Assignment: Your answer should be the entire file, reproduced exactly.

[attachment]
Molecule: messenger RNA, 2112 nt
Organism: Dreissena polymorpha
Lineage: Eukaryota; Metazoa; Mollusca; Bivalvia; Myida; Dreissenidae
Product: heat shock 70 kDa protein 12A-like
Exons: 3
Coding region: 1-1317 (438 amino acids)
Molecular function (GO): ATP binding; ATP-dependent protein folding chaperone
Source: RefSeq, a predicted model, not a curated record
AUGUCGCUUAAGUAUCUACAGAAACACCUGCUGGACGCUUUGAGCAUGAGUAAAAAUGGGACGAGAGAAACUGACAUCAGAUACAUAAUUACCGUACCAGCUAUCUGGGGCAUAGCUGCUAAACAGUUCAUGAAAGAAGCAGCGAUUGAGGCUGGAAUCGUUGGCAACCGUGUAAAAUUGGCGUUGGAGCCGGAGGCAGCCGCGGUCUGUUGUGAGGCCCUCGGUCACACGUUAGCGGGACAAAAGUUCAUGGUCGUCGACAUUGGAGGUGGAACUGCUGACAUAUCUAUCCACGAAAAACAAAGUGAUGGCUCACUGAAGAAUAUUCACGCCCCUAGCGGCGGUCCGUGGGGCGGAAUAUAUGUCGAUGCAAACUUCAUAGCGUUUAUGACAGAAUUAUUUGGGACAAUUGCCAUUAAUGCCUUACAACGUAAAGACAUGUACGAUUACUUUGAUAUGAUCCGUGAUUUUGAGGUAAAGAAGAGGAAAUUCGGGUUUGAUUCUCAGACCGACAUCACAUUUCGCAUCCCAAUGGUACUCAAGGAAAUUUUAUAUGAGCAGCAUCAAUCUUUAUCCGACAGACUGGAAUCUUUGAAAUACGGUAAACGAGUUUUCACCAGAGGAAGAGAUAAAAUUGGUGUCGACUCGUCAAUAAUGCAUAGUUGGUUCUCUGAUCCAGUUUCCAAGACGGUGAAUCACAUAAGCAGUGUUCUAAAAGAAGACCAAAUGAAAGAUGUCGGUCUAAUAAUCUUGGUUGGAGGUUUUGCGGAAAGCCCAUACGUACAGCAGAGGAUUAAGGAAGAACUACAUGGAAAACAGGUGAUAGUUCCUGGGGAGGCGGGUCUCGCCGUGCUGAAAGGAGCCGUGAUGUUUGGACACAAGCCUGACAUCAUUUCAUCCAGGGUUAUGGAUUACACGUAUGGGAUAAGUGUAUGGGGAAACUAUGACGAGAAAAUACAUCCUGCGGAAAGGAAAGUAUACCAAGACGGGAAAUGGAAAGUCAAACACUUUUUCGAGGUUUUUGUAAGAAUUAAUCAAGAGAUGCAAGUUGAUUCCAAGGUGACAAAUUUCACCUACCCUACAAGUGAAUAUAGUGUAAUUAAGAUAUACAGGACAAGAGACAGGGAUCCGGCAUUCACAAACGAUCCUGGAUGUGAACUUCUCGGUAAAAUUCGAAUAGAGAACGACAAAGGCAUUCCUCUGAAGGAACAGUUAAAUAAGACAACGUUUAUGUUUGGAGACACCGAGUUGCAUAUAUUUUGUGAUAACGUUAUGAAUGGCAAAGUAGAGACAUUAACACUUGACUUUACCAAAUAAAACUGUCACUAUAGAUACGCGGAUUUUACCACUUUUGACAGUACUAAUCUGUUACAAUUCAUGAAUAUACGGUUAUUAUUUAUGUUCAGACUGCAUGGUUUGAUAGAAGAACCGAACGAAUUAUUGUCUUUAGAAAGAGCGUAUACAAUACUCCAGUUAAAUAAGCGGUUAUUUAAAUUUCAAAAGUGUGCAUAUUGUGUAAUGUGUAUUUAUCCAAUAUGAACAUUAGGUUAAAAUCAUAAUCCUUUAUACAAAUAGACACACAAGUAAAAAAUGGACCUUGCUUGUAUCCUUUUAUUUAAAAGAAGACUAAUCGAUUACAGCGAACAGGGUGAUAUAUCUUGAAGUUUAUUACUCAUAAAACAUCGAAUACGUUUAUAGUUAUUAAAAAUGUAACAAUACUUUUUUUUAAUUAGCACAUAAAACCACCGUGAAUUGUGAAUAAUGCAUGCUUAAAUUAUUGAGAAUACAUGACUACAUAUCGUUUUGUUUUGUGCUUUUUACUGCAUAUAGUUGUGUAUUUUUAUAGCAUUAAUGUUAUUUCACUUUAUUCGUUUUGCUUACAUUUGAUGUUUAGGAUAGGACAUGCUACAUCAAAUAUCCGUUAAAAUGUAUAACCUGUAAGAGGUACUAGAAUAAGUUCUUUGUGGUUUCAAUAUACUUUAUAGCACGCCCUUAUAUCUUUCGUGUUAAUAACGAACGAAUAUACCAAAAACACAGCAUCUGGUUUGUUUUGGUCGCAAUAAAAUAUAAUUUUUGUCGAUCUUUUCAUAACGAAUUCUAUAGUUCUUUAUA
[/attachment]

Molecule: messenger RNA, 2112 nt
Organism: Dreissena polymorpha
Lineage: Eukaryota; Metazoa; Mollusca; Bivalvia; Myida; Dreissenidae
Product: heat shock 70 kDa protein 12A-like
Exons: 3
Coding region: 1-1317 (438 amino acids)
Molecular function (GO): ATP binding; ATP-dependent protein folding chaperone
Source: RefSeq, a predicted model, not a curated record
AUGUCGCUUAAGUAUCUACAGAAACACCUGCUGGACGCUUUGAGCAUGAGUAAAAAUGGGACGAGAGAAACUGACAUCAGAUACAUAAUUACCGUACCAGCUAUCUGGGGCAUAGCUGCUAAACAGUUCAUGAAAGAAGCAGCGAUUGAGGCUGGAAUCGUUGGCAACCGUGUAAAAUUGGCGUUGGAGCCGGAGGCAGCCGCGGUCUGUUGUGAGGCCCUCGGUCACACGUUAGCGGGACAAAAGUUCAUGGUCGUCGACAUUGGAGGUGGAACUGCUGACAUAUCUAUCCACGAAAAACAAAGUGAUGGCUCACUGAAGAAUAUUCACGCCCCUAGCGGCGGUCCGUGGGGCGGAAUAUAUGUCGAUGCAAACUUCAUAGCGUUUAUGACAGAAUUAUUUGGGACAAUUGCCAUUAAUGCCUUACAACGUAAAGACAUGUACGAUUACUUUGAUAUGAUCCGUGAUUUUGAGGUAAAGAAGAGGAAAUUCGGGUUUGAUUCUCAGACCGACAUCACAUUUCGCAUCCCAAUGGUACUCAAGGAAAUUUUAUAUGAGCAGCAUCAAUCUUUAUCCGACAGACUGGAAUCUUUGAAAUACGGUAAACGAGUUUUCACCAGAGGAAGAGAUAAAAUUGGUGUCGACUCGUCAAUAAUGCAUAGUUGGUUCUCUGAUCCAGUUUCCAAGACGGUGAAUCACAUAAGCAGUGUUCUAAAAGAAGACCAAAUGAAAGAUGUCGGUCUAAUAAUCUUGGUUGGAGGUUUUGCGGAAAGCCCAUACGUACAGCAGAGGAUUAAGGAAGAACUACAUGGAAAACAGGUGAUAGUUCCUGGGGAGGCGGGUCUCGCCGUGCUGAAAGGAGCCGUGAUGUUUGGACACAAGCCUGACAUCAUUUCAUCCAGGGUUAUGGAUUACACGUAUGGGAUAAGUGUAUGGGGAAACUAUGACGAGAAAAUACAUCCUGCGGAAAGGAAAGUAUACCAAGACGGGAAAUGGAAAGUCAAACACUUUUUCGAGGUUUUUGUAAGAAUUAAUCAAGAGAUGCAAGUUGAUUCCAAGGUGACAAAUUUCACCUACCCUACAAGUGAAUAUAGUGUAAUUAAGAUAUACAGGACAAGAGACAGGGAUCCGGCAUUCACAAACGAUCCUGGAUGUGAACUUCUCGGUAAAAUUCGAAUAGAGAACGACAAAGGCAUUCCUCUGAAGGAACAGUUAAAUAAGACAACGUUUAUGUUUGGAGACACCGAGUUGCAUAUAUUUUGUGAUAACGUUAUGAAUGGCAAAGUAGAGACAUUAACACUUGACUUUACCAAAUAAAACUGUCACUAUAGAUACGCGGAUUUUACCACUUUUGACAGUACUAAUCUGUUACAAUUCAUGAAUAUACGGUUAUUAUUUAUGUUCAGACUGCAUGGUUUGAUAGAAGAACCGAACGAAUUAUUGUCUUUAGAAAGAGCGUAUACAAUACUCCAGUUAAAUAAGCGGUUAUUUAAAUUUCAAAAGUGUGCAUAUUGUGUAAUGUGUAUUUAUCCAAUAUGAACAUUAGGUUAAAAUCAUAAUCCUUUAUACAAAUAGACACACAAGUAAAAAAUGGACCUUGCUUGUAUCCUUUUAUUUAAAAGAAGACUAAUCGAUUACAGCGAACAGGGUGAUAUAUCUUGAAGUUUAUUACUCAUAAAACAUCGAAUACGUUUAUAGUUAUUAAAAAUGUAACAAUACUUUUUUUUAAUUAGCACAUAAAACCACCGUGAAUUGUGAAUAAUGCAUGCUUAAAUUAUUGAGAAUACAUGACUACAUAUCGUUUUGUUUUGUGCUUUUUACUGCAUAUAGUUGUGUAUUUUUAUAGCAUUAAUGUUAUUUCACUUUAUUCGUUUUGCUUACAUUUGAUGUUUAGGAUAGGACAUGCUACAUCAAAUAUCCGUUAAAAUGUAUAACCUGUAAGAGGUACUAGAAUAAGUUCUUUGUGGUUUCAAUAUACUUUAUAGCACGCCCUUAUAUCUUUCGUGUUAAUAACGAACGAAUAUACCAAAAACACAGCAUCUGGUUUGUUUUGGUCGCAAUAAAAUAUAAUUUUUGUCGAUCUUUUCAUAACGAAUUCUAUAGUUCUUUAUA